Aug. 18, 2005 – Jewish settlers maintained resistance to Israeli soldiers and police who spent Wednesday continuing the forced evacuation of hardline Gaza settlers and thousands of allies who had come to support them.
- Palestinians Look Forward to Removal of Settlements, Troops (Aug 16, 2005)
- Group Calls on Washington to Fund Palestinians, Not Settlers (Aug 18, 2005)
At one entrance to the Gaza Strip, an activist from a West Bank settlement set herself on fire to protest the governmentâ€™s disengagement plan, which most Israelis support. She survived the incident and is in recovery from severe burns over most of her body.
Also yesterday, a settler shot to death four Palestinians and injured a fifth in the West Bank settlement of Shiloh. The victims were laborers who the shooter was supposed to drive back to nearby villages after a day of working at the settlement, according to police. Shiloh is a major settlement that, while illegal under international law, is not slated for evacuation.
In response to the Shiloh murders, the Palestinian group Hamas declared it remains committed to observing a ceasefire declared to enable the Gaza disengagement to go ahead without interruption. But a Hamas official vowed revenge, telling the Israeli daily Haâ€™aretz, "We are in favor of quiet and continue to be committed to it but will not permit it to be unilateral." Hamas is an Islamic social services, political and militia organization, responsible for hundreds of guerrilla and terrorist attacks, with a strong foothold and widespread popular support in Gaza.
Wednesdayâ€™s shooting was the second terror attack by a Zionist extremist against Palestinians in as many weeks, bringing the death toll to eight. The shooter from yesterdayâ€™s incident is in police custody. At the scene the earlier incident, a mob lynched the deserted soldier who killed four and wounded over a dozen on a bus in a mostly-Palestinian town in Israel.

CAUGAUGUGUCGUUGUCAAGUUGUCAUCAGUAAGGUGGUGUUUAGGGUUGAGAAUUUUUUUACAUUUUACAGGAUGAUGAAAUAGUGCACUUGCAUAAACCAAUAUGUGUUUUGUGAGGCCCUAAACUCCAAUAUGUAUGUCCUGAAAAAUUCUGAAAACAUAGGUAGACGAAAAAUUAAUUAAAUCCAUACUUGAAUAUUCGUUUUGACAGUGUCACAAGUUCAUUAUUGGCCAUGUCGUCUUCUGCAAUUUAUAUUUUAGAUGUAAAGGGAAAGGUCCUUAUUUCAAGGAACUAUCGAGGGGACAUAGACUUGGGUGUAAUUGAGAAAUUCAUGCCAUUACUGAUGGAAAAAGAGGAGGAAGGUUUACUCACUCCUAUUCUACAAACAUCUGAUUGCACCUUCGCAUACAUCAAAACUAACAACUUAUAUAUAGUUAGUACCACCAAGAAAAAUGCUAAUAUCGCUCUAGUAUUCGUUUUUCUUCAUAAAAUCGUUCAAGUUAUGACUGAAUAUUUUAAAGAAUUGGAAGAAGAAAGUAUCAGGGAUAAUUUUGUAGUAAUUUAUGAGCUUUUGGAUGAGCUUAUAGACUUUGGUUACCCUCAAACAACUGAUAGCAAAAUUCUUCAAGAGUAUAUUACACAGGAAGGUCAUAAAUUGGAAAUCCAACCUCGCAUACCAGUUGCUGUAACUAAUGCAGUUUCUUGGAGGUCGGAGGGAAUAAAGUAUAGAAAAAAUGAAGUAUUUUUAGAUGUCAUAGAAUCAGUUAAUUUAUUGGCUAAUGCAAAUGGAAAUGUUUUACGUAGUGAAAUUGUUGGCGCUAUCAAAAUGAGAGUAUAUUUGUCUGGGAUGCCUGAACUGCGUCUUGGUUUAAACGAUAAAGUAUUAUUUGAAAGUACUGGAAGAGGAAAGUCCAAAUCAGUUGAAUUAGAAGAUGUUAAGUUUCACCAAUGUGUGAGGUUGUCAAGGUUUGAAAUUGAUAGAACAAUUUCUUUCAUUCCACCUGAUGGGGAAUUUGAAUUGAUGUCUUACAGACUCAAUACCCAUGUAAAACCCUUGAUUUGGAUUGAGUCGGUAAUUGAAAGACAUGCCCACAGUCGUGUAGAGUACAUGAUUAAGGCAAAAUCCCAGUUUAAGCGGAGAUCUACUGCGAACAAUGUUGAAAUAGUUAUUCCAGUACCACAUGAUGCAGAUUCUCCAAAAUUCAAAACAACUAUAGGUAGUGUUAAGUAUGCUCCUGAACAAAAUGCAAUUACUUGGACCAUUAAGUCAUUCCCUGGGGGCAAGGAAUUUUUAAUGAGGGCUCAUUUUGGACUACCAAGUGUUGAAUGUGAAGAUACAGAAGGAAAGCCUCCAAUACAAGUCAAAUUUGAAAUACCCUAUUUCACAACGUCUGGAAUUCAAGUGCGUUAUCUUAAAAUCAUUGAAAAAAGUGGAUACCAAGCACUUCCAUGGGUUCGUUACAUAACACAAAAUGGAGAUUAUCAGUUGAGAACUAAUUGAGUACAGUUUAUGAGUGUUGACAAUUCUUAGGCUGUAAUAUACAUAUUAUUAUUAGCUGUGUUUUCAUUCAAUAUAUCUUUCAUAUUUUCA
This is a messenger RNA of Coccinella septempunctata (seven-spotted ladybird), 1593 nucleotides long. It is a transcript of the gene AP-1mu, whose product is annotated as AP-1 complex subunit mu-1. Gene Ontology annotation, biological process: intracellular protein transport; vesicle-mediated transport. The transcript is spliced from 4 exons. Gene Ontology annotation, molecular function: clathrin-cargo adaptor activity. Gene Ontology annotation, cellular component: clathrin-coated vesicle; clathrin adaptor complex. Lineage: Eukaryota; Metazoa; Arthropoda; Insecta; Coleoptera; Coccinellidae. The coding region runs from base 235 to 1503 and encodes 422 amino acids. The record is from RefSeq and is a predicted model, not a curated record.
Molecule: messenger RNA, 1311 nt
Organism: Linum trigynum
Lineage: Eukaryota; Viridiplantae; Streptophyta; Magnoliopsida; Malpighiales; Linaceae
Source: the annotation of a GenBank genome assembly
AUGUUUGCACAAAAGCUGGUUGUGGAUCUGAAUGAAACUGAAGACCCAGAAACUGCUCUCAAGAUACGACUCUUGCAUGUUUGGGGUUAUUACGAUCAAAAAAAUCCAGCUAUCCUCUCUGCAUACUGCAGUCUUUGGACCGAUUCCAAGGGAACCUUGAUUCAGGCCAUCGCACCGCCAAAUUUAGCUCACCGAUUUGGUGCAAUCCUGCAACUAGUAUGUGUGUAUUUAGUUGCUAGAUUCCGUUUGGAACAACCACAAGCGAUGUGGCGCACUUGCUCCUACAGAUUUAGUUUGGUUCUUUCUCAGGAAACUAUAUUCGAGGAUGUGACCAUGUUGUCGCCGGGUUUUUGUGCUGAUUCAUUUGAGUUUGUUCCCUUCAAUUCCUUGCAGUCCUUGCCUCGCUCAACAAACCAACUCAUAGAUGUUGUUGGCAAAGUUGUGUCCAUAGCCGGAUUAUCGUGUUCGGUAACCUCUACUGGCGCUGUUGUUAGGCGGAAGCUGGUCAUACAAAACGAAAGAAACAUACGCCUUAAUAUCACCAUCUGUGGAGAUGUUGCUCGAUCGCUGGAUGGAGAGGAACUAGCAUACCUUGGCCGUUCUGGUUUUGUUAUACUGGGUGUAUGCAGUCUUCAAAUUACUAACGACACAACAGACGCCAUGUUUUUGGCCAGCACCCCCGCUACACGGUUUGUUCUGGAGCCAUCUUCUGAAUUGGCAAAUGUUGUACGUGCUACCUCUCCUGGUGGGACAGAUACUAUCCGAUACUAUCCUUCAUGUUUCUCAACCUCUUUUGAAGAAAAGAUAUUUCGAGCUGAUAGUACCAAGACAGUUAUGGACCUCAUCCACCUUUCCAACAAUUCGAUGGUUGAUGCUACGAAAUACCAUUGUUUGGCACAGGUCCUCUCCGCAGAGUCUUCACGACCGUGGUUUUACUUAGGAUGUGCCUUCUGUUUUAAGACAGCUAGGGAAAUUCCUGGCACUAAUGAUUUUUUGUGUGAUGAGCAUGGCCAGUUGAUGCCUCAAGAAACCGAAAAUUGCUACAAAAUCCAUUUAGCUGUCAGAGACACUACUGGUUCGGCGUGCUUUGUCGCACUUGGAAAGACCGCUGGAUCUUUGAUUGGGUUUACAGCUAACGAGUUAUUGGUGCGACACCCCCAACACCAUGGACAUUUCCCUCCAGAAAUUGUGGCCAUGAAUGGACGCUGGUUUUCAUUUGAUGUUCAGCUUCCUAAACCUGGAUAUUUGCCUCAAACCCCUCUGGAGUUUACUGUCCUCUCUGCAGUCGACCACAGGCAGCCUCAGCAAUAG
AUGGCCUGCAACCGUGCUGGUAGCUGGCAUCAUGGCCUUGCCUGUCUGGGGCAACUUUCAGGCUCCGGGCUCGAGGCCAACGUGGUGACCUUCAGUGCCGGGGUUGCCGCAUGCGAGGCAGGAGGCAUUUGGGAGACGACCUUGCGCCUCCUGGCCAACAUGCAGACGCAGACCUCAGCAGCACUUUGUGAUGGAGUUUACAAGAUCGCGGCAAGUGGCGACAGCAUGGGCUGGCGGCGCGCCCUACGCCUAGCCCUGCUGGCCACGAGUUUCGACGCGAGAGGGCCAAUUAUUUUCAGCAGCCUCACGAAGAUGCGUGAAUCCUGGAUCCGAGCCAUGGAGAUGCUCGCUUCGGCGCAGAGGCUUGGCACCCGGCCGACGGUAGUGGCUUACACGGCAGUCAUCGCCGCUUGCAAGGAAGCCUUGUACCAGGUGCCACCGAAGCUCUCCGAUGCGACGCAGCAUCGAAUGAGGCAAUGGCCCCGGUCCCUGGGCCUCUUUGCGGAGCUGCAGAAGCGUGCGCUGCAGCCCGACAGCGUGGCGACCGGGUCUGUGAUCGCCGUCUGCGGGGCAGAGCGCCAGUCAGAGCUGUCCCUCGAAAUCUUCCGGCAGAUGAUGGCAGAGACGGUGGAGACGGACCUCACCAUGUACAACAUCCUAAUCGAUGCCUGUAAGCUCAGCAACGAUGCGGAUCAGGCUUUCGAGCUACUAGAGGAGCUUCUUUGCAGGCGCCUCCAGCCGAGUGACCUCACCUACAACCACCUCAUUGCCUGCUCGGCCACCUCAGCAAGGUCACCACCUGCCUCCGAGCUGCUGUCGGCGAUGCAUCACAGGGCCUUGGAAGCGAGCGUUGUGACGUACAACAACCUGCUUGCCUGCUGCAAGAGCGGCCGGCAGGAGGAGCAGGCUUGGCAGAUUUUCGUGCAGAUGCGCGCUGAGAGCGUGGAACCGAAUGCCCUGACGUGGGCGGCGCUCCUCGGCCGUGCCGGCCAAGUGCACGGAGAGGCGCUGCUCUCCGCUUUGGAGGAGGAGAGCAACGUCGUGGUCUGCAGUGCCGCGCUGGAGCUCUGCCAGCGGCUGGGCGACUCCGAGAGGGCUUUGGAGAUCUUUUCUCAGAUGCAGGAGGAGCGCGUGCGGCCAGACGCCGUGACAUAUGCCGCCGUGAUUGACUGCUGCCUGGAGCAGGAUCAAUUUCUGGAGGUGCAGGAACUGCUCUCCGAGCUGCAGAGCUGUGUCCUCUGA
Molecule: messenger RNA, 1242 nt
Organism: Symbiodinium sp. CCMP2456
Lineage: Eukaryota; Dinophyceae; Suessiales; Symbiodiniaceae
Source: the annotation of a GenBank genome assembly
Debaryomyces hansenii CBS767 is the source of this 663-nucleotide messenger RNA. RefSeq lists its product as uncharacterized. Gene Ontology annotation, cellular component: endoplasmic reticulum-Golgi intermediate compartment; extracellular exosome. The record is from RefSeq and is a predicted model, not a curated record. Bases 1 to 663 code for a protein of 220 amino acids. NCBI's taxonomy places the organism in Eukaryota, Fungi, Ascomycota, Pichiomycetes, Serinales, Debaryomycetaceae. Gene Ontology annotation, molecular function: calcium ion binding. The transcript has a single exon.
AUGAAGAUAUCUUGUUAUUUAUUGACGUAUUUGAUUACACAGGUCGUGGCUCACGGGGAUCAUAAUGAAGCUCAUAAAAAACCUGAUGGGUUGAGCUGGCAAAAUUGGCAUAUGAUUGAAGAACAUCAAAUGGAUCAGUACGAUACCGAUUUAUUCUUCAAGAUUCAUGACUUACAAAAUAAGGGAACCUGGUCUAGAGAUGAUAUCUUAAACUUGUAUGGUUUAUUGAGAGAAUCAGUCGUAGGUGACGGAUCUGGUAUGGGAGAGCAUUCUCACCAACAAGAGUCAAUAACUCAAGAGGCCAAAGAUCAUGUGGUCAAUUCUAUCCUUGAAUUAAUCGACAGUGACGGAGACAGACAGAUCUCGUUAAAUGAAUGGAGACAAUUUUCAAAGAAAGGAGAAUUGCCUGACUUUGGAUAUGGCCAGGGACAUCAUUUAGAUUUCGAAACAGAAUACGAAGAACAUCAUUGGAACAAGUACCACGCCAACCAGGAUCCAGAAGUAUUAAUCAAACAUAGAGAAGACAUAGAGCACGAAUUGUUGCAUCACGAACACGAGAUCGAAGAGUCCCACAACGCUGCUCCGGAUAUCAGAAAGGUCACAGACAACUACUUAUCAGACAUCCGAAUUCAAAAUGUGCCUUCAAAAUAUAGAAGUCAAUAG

Most incidents surrounding the disengagement on Wednesday were relatively minor. Hold-out settlers continued the split strategy of evoking commiseration, nonviolently resisting and taunting police and soldiers sent to remove them.
The majority of hardliners chose the path of appealing to the sympathies of police and soldiers, as well as Israeli civil society and the international media, making the case that they are being forced to leave homes on land that is their birthright as Jews.
Others opted to resist nonviolently. During hundreds of instances repeated all day Wednesday, mostly unarmed troops and police patiently escorted or dragged settlers and activists who in some cases made their bodies limp.
Still other settlers continued the theme of comparing their plight with that of Jews under the fist of Nazi Germany in the 1930s and â€™40s, a move many Jewish observers of the events have proclaimed alienates the extremist settlers in the minds of potential sympathizers. The Gaza settlers, by contrast to European Jews apprehended by Hitlerâ€™s forces, are eligible for large sums of money with which to relocate in Jewish neighborhoods in Israel or in other settlements.
Few of the Gaza settlers or their supporters were actually born in the occupied territory.
The 21 settlements in the Gaza strip, like the scores of others scattered throughout the West Bank and the area Israel considers East Jerusalem, are illegal under international law. Israel has been under order to evacuate the settlements since the United Nations Security Council declared them illegal in 1979, demanding Israel "rescind" the action of having transferred civilians into occupied territory.